The Government has pledged to “end the treadmill” of repeated exams as it announced plans to re-establish traditional two-year A-levels with end-of-course tests.
Announcing changes to A-level qualifications, education and childcare minister Elizabeth Truss told MPs it was clear England needed A-levels that were “robust and rigorous”, providing qualifications that match the world’s best, while keeping pace with the demands of universities and employers.
This, she argued, was not being provided by a “satnav series of exams”. Delivering a statement in the Commons, Mrs Truss said: “We inherited a system in which students start A-levels in September and immediately start preparing for exams in January. Pupils spend too much of their time thinking about exams and resits of exams that encourage a ‘learn and forget’ approach to studying.
“We want to end this treadmill of repeated exams that do not properly test advanced skills such as extended writing and mathematical problem-solving. We want questions that encourage students to think and prepare for university study. Not a satnav series of exams.”
Under a major overhaul of the system, AS-levels will be separated from A-levels to become a separate qualification. The new A-levels will be taught from September 2015, with first exams sat in 2017, she added.
The proposals, she added, had been laid out in a letter from Education Secretary Michael Gove to the exams regulator Ofqual. But shadow education minister Kevin Brennan claimed AS-levels would be “rendered irrelevant” by the proposals by not counting towards a final A-level grade.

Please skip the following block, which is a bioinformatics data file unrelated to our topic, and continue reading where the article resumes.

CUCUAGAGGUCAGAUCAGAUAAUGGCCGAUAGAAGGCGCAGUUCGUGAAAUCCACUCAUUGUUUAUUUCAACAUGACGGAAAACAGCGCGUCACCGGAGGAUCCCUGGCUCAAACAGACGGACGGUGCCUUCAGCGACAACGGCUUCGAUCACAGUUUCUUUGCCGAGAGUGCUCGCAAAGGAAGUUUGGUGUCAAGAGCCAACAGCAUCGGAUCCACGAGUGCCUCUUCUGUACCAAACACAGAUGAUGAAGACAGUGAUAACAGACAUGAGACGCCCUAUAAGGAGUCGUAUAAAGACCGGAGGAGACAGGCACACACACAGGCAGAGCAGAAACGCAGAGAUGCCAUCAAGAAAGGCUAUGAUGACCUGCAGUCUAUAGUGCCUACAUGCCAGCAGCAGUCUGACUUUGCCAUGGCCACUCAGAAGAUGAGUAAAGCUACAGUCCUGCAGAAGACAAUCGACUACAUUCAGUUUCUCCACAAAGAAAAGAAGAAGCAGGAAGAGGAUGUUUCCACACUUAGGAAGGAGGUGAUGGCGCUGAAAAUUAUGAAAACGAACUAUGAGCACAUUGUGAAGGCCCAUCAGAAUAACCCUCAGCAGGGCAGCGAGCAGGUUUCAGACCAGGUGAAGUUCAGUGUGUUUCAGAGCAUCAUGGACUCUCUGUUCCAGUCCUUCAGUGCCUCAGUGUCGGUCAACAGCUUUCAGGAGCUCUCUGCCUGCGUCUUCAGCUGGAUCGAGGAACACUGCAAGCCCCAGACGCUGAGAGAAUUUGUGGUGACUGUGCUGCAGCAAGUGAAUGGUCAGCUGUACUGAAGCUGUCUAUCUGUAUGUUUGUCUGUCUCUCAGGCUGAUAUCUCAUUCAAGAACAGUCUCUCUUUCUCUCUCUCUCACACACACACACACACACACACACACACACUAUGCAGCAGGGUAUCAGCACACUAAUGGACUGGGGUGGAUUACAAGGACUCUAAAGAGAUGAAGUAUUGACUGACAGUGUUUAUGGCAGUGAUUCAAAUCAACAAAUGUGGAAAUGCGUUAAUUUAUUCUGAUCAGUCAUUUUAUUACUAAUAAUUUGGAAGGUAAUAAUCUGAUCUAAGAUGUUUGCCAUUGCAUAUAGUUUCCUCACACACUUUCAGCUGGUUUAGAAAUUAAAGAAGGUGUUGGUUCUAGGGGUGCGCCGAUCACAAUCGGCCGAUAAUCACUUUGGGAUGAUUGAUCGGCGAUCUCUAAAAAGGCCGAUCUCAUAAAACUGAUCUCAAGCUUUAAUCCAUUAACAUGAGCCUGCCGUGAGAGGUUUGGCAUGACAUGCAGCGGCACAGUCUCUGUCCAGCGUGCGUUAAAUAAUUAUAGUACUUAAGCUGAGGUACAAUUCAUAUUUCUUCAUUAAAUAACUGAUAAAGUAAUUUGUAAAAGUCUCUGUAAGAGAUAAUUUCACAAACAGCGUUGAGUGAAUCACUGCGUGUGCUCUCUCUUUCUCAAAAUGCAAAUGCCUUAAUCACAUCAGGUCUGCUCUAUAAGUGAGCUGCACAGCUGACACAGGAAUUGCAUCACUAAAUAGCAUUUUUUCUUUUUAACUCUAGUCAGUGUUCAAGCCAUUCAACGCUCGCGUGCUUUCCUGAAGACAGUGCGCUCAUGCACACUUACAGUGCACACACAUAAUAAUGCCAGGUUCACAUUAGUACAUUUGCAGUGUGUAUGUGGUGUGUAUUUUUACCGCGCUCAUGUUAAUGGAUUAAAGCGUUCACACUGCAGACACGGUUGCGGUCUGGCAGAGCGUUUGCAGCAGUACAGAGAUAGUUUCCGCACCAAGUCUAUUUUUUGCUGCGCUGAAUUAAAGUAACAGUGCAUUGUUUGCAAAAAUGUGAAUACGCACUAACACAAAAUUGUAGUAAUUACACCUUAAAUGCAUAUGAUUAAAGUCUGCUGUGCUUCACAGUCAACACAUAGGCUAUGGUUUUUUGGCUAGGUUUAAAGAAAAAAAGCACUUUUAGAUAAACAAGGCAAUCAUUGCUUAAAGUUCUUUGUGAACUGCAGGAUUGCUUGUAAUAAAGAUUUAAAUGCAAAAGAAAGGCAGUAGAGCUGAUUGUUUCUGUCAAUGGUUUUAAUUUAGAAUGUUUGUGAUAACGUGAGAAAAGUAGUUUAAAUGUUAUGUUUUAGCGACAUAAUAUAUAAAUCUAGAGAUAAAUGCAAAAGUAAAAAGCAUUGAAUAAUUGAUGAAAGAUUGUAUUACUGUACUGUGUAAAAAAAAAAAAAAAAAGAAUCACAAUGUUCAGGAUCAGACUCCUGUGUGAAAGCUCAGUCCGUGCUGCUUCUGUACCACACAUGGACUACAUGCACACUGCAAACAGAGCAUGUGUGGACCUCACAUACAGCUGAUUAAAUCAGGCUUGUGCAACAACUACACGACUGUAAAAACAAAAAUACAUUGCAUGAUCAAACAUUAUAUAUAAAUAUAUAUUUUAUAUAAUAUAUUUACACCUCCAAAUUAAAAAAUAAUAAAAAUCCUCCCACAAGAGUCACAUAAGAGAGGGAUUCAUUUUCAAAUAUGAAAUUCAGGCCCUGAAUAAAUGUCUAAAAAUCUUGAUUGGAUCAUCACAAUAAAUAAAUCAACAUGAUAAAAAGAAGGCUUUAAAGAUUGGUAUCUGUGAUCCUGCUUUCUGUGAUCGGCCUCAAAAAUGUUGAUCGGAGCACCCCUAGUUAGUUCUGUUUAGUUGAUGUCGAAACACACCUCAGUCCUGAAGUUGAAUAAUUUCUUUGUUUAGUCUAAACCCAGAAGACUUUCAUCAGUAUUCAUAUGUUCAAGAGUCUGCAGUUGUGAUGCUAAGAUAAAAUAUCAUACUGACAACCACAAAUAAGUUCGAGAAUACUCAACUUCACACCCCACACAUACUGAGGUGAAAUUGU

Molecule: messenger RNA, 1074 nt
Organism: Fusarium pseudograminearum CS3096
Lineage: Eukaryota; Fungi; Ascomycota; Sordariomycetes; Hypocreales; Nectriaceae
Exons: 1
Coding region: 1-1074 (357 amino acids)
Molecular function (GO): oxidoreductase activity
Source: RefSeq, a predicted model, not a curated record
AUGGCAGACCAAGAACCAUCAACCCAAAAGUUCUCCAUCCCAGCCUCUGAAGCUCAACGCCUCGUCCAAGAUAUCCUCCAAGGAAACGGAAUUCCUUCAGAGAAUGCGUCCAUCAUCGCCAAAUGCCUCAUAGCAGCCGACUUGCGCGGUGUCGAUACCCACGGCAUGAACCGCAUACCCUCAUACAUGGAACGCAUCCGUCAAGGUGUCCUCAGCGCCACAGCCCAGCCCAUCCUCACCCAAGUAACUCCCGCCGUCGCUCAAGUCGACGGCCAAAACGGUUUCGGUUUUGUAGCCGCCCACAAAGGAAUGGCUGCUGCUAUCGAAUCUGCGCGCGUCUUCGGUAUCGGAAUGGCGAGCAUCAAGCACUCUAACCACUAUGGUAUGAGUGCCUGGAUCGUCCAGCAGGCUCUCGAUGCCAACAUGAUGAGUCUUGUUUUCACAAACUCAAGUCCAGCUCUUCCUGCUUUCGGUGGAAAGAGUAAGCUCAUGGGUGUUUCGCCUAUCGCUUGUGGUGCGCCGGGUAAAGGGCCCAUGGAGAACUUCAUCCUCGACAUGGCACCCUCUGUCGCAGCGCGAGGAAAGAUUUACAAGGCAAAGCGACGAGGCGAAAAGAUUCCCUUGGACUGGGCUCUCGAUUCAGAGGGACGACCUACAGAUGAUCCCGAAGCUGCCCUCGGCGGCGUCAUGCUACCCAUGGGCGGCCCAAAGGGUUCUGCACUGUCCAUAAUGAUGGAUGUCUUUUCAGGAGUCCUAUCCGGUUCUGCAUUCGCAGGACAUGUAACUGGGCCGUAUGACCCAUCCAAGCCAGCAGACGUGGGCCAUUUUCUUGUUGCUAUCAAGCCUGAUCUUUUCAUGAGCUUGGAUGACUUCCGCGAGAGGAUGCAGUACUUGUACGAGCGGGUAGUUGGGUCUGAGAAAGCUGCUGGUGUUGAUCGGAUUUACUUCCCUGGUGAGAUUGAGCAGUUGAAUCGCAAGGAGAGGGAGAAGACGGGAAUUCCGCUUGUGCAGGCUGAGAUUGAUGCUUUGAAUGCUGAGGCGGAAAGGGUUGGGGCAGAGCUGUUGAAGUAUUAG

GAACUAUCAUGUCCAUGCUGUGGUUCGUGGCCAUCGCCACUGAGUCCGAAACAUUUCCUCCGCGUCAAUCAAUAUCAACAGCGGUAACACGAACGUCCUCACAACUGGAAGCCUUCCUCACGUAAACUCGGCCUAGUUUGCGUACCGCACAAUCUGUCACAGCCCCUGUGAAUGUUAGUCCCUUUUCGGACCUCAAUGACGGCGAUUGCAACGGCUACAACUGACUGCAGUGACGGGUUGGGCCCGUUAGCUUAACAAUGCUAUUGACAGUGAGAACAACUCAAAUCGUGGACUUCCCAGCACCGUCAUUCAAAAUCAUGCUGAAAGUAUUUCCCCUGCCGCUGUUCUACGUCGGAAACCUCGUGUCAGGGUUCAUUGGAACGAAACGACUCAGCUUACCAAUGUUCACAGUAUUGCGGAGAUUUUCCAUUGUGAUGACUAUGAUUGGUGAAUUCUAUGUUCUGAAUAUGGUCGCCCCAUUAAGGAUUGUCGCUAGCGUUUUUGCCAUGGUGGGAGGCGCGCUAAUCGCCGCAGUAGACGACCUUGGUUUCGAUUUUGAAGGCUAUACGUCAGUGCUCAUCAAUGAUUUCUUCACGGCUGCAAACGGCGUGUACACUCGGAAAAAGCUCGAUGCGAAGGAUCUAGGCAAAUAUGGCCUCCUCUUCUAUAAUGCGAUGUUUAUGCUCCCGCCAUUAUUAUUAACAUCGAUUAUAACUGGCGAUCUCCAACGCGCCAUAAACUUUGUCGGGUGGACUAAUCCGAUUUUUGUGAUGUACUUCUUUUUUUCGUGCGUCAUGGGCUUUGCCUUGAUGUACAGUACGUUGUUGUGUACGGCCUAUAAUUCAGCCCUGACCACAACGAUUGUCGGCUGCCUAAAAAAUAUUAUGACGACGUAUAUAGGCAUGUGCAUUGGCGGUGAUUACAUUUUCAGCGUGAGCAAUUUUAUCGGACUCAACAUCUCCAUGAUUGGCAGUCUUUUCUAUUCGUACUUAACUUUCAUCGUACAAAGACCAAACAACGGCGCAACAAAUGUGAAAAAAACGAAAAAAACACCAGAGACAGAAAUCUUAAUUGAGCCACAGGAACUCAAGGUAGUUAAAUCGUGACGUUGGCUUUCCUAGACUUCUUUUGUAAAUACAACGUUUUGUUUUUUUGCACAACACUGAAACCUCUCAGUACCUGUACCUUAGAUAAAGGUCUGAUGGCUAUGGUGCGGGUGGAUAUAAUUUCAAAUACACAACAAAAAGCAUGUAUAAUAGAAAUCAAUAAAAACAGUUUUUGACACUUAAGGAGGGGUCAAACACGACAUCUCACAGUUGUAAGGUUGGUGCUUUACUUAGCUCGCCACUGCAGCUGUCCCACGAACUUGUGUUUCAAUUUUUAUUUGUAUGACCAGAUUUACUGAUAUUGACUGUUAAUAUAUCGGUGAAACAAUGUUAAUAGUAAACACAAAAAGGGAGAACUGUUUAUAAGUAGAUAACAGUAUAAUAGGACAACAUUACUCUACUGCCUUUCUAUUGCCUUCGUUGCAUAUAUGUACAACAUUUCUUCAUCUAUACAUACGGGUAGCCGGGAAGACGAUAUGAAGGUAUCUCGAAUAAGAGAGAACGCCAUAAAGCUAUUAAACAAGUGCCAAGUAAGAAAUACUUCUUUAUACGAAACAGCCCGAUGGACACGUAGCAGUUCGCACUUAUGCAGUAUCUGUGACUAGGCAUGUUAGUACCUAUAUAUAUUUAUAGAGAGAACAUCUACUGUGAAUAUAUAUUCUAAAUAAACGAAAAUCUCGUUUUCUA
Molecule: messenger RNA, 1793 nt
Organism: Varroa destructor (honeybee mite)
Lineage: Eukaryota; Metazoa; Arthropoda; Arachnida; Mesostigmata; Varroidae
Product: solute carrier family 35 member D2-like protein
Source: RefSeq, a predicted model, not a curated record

Cambridge University said knowing the results of AS-levels was crucial in increasing the number of graduates from state schools. A statement released by the institution read: “The University of Cambridge opposes the deletion of AS examinations at the end of Year 12. This change is unnecessary and, if implemented, will jeopardise over a decade’s progress towards fairer access to the University of Cambridge.”
But Mr Gove said he was worried there was “too much assessment and too little learning”. He told the education select committee: “It seemed to me that one of the most effective ways we could encourage the sort of deep thinking that we want to have in people, not just who are going on to university but who are going to be entering an increasingly testing and sophisticated world of work, was to move towards a linear A-level.
“But there are certain gains, of course, in the flexibility which the AS-level has given so we didn’t want to completely abolish that. We thought the best way forward was a standalone qualification.”
Christine Blower, general secretary of the National Union of Teachers, said: “2015 looks set to be the year when everything changes in schools and for young people with both GCSEs and A-levels being replaced or altered. This is an unmanageable level of change which could lead to a collapse of the system.”
What are your views on these proposed changes?
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